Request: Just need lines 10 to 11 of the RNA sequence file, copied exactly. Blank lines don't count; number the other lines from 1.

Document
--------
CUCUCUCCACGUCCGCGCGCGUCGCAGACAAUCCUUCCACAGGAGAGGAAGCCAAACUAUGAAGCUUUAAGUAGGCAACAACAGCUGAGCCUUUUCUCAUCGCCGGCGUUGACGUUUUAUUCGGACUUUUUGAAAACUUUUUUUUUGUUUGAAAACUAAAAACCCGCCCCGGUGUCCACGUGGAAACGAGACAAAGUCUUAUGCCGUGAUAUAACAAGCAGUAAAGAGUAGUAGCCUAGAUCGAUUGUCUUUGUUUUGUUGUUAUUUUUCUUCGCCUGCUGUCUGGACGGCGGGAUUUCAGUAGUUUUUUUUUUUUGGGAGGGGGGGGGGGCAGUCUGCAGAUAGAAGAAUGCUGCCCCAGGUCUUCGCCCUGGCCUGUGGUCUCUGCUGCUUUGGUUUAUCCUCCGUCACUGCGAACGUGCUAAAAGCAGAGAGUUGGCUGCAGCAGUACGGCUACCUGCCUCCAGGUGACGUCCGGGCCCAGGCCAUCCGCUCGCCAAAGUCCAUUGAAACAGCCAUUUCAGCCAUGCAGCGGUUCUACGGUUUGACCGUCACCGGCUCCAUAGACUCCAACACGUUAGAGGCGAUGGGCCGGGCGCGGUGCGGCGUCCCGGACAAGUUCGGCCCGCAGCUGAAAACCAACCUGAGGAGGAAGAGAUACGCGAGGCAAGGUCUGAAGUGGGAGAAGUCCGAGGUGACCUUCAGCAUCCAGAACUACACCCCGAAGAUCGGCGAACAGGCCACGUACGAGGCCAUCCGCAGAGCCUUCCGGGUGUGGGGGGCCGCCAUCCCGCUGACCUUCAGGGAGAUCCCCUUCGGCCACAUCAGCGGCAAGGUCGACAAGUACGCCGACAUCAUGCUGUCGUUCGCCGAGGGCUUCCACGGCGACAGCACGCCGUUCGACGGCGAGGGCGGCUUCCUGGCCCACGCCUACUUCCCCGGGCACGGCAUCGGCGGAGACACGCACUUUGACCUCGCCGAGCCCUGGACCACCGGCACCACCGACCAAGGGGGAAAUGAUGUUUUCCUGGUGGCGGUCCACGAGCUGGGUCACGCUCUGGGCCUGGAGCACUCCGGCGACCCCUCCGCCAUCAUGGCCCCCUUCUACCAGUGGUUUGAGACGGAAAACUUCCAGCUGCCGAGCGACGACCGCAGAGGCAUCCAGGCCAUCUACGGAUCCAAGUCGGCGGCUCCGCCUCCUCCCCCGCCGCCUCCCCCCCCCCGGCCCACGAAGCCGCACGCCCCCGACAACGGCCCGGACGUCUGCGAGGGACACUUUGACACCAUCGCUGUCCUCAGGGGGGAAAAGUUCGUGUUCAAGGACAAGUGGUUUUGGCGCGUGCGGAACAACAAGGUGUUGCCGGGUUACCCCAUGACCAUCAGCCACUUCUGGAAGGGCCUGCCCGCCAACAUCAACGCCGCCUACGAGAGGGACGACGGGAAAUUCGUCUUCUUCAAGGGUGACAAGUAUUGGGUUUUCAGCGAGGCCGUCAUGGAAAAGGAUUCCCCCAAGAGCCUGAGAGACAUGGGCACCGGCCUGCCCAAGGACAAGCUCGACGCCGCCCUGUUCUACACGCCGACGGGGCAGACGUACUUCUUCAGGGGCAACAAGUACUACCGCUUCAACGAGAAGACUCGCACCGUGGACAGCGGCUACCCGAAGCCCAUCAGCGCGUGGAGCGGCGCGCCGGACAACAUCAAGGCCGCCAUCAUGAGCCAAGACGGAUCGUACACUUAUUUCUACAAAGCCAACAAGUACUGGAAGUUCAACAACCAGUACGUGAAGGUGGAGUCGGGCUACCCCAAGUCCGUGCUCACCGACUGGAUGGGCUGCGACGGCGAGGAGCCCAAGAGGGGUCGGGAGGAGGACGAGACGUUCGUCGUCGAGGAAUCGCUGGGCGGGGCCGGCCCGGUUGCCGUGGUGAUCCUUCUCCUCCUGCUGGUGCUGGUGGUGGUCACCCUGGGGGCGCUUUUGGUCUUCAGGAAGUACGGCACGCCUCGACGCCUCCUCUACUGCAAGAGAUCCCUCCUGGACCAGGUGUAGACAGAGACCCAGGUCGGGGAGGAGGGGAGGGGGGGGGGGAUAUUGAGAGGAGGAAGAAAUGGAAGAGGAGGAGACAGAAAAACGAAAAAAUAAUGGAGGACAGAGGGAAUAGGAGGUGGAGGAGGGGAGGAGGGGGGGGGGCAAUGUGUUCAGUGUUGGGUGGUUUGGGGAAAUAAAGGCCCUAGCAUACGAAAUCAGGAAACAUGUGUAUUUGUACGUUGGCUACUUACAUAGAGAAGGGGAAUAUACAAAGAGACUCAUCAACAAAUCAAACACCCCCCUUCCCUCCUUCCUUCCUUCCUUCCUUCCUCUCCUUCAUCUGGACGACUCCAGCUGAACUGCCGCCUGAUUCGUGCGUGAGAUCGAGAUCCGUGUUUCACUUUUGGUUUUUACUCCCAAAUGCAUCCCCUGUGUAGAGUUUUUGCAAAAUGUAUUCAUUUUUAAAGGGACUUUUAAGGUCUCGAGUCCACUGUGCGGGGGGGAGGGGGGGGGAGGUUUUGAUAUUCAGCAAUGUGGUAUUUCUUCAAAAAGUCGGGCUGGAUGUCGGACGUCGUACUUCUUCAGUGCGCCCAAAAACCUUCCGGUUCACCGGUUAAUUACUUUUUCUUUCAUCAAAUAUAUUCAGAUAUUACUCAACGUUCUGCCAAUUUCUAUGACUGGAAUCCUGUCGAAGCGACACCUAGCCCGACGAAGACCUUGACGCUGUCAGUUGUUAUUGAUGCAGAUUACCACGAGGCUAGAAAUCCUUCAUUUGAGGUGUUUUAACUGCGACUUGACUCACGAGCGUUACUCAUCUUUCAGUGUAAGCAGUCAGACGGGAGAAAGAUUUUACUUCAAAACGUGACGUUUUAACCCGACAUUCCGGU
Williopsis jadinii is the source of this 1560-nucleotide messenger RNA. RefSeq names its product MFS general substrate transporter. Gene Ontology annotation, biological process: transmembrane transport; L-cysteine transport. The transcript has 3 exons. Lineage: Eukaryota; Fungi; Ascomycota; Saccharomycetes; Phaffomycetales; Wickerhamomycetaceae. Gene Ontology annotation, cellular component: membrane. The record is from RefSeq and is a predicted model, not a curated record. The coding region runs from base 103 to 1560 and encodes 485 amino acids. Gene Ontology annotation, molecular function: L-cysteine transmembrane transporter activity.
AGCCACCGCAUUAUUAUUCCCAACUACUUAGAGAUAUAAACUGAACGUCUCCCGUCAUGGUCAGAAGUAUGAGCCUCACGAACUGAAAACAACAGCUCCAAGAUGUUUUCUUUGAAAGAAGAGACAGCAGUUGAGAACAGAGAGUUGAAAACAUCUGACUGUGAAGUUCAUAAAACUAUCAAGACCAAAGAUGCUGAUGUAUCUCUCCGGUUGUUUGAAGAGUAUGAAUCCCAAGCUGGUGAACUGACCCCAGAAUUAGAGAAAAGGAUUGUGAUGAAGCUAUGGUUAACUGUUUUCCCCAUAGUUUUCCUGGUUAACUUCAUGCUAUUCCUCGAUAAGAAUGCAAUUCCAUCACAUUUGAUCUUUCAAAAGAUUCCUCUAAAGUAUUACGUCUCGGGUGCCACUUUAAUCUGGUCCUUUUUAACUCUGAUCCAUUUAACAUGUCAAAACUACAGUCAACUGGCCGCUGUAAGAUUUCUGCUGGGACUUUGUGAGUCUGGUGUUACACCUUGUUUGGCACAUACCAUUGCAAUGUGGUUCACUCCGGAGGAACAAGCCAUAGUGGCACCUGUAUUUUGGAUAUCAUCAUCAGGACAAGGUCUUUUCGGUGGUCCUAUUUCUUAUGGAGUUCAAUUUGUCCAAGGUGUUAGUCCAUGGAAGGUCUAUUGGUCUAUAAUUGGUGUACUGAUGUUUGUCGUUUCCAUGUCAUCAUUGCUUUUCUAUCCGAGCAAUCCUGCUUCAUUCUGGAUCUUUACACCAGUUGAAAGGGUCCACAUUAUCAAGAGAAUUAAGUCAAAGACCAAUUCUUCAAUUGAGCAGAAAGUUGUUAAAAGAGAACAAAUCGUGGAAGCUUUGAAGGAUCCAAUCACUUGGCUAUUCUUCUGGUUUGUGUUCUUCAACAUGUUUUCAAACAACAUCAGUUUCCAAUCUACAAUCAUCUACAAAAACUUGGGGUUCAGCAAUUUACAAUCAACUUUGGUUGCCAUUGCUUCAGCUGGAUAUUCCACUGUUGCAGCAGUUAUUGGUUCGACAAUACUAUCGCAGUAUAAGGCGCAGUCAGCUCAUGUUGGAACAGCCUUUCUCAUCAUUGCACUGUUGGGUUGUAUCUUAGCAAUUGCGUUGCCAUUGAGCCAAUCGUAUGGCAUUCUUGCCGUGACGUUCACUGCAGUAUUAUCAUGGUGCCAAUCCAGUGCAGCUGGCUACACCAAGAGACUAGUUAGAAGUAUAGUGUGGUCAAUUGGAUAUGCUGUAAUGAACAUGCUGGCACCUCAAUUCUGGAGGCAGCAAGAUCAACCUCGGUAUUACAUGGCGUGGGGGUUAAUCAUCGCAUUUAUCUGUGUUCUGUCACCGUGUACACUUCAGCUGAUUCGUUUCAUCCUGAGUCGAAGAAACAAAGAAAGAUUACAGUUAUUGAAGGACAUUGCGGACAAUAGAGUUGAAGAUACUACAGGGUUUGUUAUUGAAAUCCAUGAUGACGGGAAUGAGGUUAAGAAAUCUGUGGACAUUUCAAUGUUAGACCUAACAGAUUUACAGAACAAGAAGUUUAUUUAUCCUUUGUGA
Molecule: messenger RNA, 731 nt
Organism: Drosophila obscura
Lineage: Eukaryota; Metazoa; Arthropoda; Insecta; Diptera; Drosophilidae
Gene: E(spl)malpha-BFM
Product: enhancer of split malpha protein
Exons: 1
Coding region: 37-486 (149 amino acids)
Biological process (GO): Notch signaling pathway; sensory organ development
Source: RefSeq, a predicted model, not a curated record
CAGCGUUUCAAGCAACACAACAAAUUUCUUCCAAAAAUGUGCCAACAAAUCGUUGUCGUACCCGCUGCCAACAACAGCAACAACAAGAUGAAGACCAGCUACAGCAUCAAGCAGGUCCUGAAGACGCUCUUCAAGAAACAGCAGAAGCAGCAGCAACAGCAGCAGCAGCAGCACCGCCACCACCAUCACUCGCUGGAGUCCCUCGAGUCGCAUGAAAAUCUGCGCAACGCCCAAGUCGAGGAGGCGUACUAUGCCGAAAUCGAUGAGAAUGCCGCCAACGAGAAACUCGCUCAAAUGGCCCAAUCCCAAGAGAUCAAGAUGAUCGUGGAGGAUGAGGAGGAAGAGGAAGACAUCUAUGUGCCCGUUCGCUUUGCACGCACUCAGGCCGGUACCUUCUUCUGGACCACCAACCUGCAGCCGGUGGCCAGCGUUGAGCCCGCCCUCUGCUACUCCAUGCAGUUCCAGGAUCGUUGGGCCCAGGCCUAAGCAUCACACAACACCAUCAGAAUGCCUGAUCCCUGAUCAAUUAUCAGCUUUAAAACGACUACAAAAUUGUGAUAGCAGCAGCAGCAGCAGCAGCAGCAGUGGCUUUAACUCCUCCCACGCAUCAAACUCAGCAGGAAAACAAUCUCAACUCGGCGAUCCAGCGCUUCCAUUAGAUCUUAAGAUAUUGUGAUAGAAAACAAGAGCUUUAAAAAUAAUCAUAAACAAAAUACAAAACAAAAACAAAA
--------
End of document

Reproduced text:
Coding region: 37-486 (149 amino acids)
Biological process (GO): Notch signaling pathway; sensory organ development